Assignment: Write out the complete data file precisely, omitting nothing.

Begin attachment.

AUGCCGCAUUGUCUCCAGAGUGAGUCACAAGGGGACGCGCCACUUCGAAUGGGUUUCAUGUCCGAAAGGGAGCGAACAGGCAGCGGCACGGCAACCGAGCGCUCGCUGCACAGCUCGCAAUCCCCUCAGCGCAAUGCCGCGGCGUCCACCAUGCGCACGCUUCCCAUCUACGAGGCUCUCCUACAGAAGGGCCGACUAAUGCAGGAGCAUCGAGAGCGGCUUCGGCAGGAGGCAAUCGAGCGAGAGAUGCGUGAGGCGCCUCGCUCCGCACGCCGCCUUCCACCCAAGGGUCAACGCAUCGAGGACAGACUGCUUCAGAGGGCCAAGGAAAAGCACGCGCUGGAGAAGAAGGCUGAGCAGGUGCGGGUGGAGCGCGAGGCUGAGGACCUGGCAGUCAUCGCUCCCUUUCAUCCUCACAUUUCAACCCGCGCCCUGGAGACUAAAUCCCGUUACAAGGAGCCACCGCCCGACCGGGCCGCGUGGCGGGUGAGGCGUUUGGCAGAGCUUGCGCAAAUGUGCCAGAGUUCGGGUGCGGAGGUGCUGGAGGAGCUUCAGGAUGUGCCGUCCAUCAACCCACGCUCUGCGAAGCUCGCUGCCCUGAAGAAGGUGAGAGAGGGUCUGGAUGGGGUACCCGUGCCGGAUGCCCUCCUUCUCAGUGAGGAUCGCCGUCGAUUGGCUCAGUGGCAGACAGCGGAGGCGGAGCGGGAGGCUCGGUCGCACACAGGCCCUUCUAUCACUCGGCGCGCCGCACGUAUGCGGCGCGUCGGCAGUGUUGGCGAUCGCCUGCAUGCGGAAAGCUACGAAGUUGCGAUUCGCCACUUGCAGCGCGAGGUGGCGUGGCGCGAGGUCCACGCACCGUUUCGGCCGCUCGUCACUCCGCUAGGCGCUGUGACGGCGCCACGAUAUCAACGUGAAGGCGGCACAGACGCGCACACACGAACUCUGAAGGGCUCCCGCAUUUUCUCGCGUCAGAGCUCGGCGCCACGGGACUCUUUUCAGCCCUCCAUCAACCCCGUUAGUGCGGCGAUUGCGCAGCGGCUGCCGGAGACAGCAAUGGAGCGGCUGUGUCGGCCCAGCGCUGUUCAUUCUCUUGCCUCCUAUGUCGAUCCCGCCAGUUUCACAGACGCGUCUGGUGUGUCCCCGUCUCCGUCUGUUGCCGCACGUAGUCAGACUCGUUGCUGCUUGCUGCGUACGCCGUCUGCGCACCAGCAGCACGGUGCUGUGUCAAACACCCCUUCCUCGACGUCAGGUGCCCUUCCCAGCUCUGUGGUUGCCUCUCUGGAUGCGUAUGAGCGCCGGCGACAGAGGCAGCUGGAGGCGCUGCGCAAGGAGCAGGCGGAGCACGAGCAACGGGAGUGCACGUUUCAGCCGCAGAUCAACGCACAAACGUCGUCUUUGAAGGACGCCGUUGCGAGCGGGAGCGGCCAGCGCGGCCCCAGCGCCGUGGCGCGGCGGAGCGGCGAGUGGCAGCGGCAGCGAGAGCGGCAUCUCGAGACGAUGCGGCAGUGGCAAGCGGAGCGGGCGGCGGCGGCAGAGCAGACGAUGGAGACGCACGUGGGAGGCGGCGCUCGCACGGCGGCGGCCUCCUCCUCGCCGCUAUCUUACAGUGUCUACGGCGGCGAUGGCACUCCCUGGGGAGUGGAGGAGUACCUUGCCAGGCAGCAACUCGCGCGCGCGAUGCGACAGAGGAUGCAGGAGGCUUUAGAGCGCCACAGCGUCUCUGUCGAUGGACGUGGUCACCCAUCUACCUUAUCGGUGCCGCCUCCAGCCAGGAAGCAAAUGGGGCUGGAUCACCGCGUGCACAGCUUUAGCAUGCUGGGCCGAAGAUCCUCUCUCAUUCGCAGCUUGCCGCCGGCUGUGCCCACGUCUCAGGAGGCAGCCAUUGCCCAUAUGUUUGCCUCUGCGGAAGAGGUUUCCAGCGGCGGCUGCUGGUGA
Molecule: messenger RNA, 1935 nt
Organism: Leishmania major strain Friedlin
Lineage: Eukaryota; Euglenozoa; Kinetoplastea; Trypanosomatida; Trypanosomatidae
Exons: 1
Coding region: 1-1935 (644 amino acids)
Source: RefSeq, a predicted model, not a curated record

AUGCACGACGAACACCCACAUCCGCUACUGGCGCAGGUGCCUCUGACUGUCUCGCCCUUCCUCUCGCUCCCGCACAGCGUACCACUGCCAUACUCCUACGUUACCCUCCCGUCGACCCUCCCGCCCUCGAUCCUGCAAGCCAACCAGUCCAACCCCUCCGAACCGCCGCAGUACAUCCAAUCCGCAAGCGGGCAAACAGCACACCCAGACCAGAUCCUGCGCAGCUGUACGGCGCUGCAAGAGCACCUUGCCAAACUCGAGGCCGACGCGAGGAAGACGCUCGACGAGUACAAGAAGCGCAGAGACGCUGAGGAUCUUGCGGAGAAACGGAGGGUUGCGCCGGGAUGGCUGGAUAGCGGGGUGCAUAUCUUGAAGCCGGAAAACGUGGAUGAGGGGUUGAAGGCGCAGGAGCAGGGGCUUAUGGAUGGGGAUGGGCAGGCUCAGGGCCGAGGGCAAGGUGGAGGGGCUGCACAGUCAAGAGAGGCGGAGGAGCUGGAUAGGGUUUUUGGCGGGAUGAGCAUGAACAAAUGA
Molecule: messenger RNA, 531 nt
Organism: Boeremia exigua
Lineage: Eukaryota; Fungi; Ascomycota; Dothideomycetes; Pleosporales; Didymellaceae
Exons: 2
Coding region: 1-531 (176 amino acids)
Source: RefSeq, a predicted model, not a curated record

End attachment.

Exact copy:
AUGCCGCAUUGUCUCCAGAGUGAGUCACAAGGGGACGCGCCACUUCGAAUGGGUUUCAUGUCCGAAAGGGAGCGAACAGGCAGCGGCACGGCAACCGAGCGCUCGCUGCACAGCUCGCAAUCCCCUCAGCGCAAUGCCGCGGCGUCCACCAUGCGCACGCUUCCCAUCUACGAGGCUCUCCUACAGAAGGGCCGACUAAUGCAGGAGCAUCGAGAGCGGCUUCGGCAGGAGGCAAUCGAGCGAGAGAUGCGUGAGGCGCCUCGCUCCGCACGCCGCCUUCCACCCAAGGGUCAACGCAUCGAGGACAGACUGCUUCAGAGGGCCAAGGAAAAGCACGCGCUGGAGAAGAAGGCUGAGCAGGUGCGGGUGGAGCGCGAGGCUGAGGACCUGGCAGUCAUCGCUCCCUUUCAUCCUCACAUUUCAACCCGCGCCCUGGAGACUAAAUCCCGUUACAAGGAGCCACCGCCCGACCGGGCCGCGUGGCGGGUGAGGCGUUUGGCAGAGCUUGCGCAAAUGUGCCAGAGUUCGGGUGCGGAGGUGCUGGAGGAGCUUCAGGAUGUGCCGUCCAUCAACCCACGCUCUGCGAAGCUCGCUGCCCUGAAGAAGGUGAGAGAGGGUCUGGAUGGGGUACCCGUGCCGGAUGCCCUCCUUCUCAGUGAGGAUCGCCGUCGAUUGGCUCAGUGGCAGACAGCGGAGGCGGAGCGGGAGGCUCGGUCGCACACAGGCCCUUCUAUCACUCGGCGCGCCGCACGUAUGCGGCGCGUCGGCAGUGUUGGCGAUCGCCUGCAUGCGGAAAGCUACGAAGUUGCGAUUCGCCACUUGCAGCGCGAGGUGGCGUGGCGCGAGGUCCACGCACCGUUUCGGCCGCUCGUCACUCCGCUAGGCGCUGUGACGGCGCCACGAUAUCAACGUGAAGGCGGCACAGACGCGCACACACGAACUCUGAAGGGCUCCCGCAUUUUCUCGCGUCAGAGCUCGGCGCCACGGGACUCUUUUCAGCCCUCCAUCAACCCCGUUAGUGCGGCGAUUGCGCAGCGGCUGCCGGAGACAGCAAUGGAGCGGCUGUGUCGGCCCAGCGCUGUUCAUUCUCUUGCCUCCUAUGUCGAUCCCGCCAGUUUCACAGACGCGUCUGGUGUGUCCCCGUCUCCGUCUGUUGCCGCACGUAGUCAGACUCGUUGCUGCUUGCUGCGUACGCCGUCUGCGCACCAGCAGCACGGUGCUGUGUCAAACACCCCUUCCUCGACGUCAGGUGCCCUUCCCAGCUCUGUGGUUGCCUCUCUGGAUGCGUAUGAGCGCCGGCGACAGAGGCAGCUGGAGGCGCUGCGCAAGGAGCAGGCGGAGCACGAGCAACGGGAGUGCACGUUUCAGCCGCAGAUCAACGCACAAACGUCGUCUUUGAAGGACGCCGUUGCGAGCGGGAGCGGCCAGCGCGGCCCCAGCGCCGUGGCGCGGCGGAGCGGCGAGUGGCAGCGGCAGCGAGAGCGGCAUCUCGAGACGAUGCGGCAGUGGCAAGCGGAGCGGGCGGCGGCGGCAGAGCAGACGAUGGAGACGCACGUGGGAGGCGGCGCUCGCACGGCGGCGGCCUCCUCCUCGCCGCUAUCUUACAGUGUCUACGGCGGCGAUGGCACUCCCUGGGGAGUGGAGGAGUACCUUGCCAGGCAGCAACUCGCGCGCGCGAUGCGACAGAGGAUGCAGGAGGCUUUAGAGCGCCACAGCGUCUCUGUCGAUGGACGUGGUCACCCAUCUACCUUAUCGGUGCCGCCUCCAGCCAGGAAGCAAAUGGGGCUGGAUCACCGCGUGCACAGCUUUAGCAUGCUGGGCCGAAGAUCCUCUCUCAUUCGCAGCUUGCCGCCGGCUGUGCCCACGUCUCAGGAGGCAGCCAUUGCCCAUAUGUUUGCCUCUGCGGAAGAGGUUUCCAGCGGCGGCUGCUGGUGA
Molecule: messenger RNA, 1935 nt
Organism: Leishmania major strain Friedlin
Lineage: Eukaryota; Euglenozoa; Kinetoplastea; Trypanosomatida; Trypanosomatidae
Exons: 1
Coding region: 1-1935 (644 amino acids)
Source: RefSeq, a predicted model, not a curated record

AUGCACGACGAACACCCACAUCCGCUACUGGCGCAGGUGCCUCUGACUGUCUCGCCCUUCCUCUCGCUCCCGCACAGCGUACCACUGCCAUACUCCUACGUUACCCUCCCGUCGACCCUCCCGCCCUCGAUCCUGCAAGCCAACCAGUCCAACCCCUCCGAACCGCCGCAGUACAUCCAAUCCGCAAGCGGGCAAACAGCACACCCAGACCAGAUCCUGCGCAGCUGUACGGCGCUGCAAGAGCACCUUGCCAAACUCGAGGCCGACGCGAGGAAGACGCUCGACGAGUACAAGAAGCGCAGAGACGCUGAGGAUCUUGCGGAGAAACGGAGGGUUGCGCCGGGAUGGCUGGAUAGCGGGGUGCAUAUCUUGAAGCCGGAAAACGUGGAUGAGGGGUUGAAGGCGCAGGAGCAGGGGCUUAUGGAUGGGGAUGGGCAGGCUCAGGGCCGAGGGCAAGGUGGAGGGGCUGCACAGUCAAGAGAGGCGGAGGAGCUGGAUAGGGUUUUUGGCGGGAUGAGCAUGAACAAAUGA
Molecule: messenger RNA, 531 nt
Organism: Boeremia exigua
Lineage: Eukaryota; Fungi; Ascomycota; Dothideomycetes; Pleosporales; Didymellaceae
Exons: 2
Coding region: 1-531 (176 amino acids)
Source: RefSeq, a predicted model, not a curated record